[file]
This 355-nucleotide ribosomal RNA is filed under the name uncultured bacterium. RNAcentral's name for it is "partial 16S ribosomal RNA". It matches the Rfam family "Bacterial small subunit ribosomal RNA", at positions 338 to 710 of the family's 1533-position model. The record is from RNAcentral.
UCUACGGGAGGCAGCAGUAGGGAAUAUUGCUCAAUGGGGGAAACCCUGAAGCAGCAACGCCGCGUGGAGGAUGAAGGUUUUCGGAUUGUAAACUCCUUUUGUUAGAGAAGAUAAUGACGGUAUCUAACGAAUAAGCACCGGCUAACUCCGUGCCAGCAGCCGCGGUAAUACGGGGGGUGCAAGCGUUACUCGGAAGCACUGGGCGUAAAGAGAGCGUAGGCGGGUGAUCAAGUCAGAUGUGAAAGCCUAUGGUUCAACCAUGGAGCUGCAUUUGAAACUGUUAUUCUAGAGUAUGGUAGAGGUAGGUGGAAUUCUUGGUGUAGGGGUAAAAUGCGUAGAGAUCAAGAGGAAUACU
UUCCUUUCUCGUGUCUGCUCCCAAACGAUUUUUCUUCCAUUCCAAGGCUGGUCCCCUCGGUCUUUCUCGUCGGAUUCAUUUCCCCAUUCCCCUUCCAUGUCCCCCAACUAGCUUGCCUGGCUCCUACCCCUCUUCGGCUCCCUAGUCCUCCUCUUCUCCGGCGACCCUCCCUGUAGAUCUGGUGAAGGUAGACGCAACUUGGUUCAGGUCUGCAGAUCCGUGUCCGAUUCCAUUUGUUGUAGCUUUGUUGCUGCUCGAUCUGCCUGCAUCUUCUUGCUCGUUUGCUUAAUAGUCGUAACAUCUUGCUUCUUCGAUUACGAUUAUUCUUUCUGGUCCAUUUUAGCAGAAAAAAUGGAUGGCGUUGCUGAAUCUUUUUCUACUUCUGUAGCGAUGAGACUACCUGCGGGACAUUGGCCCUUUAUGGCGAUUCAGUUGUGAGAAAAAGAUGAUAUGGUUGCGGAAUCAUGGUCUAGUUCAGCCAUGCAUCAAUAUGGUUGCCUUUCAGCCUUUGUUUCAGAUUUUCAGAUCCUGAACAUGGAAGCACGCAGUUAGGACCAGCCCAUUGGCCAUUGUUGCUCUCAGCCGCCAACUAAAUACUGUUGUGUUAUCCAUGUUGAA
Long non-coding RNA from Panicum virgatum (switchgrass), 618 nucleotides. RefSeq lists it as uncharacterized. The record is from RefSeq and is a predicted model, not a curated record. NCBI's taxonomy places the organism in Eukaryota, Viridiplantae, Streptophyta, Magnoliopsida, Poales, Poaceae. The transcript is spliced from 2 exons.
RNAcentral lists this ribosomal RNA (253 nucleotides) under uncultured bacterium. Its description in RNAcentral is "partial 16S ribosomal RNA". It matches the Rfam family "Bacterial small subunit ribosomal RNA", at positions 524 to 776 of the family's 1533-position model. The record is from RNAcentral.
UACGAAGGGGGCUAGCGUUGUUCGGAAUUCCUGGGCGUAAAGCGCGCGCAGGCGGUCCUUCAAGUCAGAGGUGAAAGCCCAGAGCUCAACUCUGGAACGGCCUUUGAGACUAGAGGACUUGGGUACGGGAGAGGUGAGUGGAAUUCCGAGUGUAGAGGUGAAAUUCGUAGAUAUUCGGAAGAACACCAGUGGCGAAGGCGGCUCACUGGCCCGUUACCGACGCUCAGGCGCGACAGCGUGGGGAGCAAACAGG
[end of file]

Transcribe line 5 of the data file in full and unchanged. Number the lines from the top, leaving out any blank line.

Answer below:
RNAcentral lists this ribosomal RNA (253 nucleotides) under uncultured bacterium. Its description in RNAcentral is "partial 16S ribosomal RNA". It matches the Rfam family "Bacterial small subunit ribosomal RNA", at positions 524 to 776 of the family's 1533-position model. The record is from RNAcentral.